Sometimes it’s good just to reflect on your musical experiences. I know I’ve said that in the grand scheme of things the Grammy Awards don’t mean much and given what I said in my previous post even a figure some of us might consider to be the elder statesmen of post WWII Anglo-American pop doesn’t seem to be known by a wide swath of younger audiences, it does still matter to some folks.
Practice, practice, practice?
That’s one way.
Two years today it was just part of my regular gig. I mentioned the other day that one of the search phrases that brought someone to this blog was “don helms” who was the steel guitarist of the Drifting Cowboys, who were the back-up band for Hank Williams Sr. I mentioned that I played a tribute show in Nashville after his passing–the tribute show happened two years ago tomorrow (March 8, 2009).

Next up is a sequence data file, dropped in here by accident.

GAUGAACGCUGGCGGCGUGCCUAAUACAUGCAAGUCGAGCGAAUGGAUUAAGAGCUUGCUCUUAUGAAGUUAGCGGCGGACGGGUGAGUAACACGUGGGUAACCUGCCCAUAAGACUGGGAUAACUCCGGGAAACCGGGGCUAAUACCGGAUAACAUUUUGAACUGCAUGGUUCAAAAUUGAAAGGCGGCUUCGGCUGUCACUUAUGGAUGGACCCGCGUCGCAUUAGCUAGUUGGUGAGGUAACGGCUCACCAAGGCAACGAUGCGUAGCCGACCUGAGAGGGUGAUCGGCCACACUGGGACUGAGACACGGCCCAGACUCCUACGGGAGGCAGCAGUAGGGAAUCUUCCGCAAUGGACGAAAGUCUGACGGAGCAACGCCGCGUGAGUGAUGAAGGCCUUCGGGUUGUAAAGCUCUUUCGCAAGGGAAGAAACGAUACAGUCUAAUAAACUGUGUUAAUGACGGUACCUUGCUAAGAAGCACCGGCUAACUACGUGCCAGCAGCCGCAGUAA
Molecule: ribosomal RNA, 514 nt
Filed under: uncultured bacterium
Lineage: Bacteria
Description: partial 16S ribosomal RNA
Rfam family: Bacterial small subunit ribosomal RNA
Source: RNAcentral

So what’s a classically-trained/world/experimental cellist doing at the what is otherwise known as the “Carnegie Hall of Country Music” (hence the joke in the blog post title)?
Well, a little over a year before the weekend referred to above I started playing in the back-up band of another Country Music legend, Ray Price. He’s a multi-Grammy award winner with a group called the Cherokee Cowboys named in honer of the Drifting Cowboys and Hank Williams Sr. since the Chief (That’s what we called Mr. Price) was with Williams in the last year or so of his life. After Hank Williams Sr.’s death, he took over the band and called them the Cherokee Cowboys.
Some former members of this band were Roger Miller, Willie Nelson, Darrell McCall, Johnny Paycheck, Bobby Flores and Johnny Bush (amongst many others). This was the band I was a member of (so yeah, it’s kinda cool to say I played in the same band that Willie Nelson played in!).
How did I get there? That was due to my brother, Joe.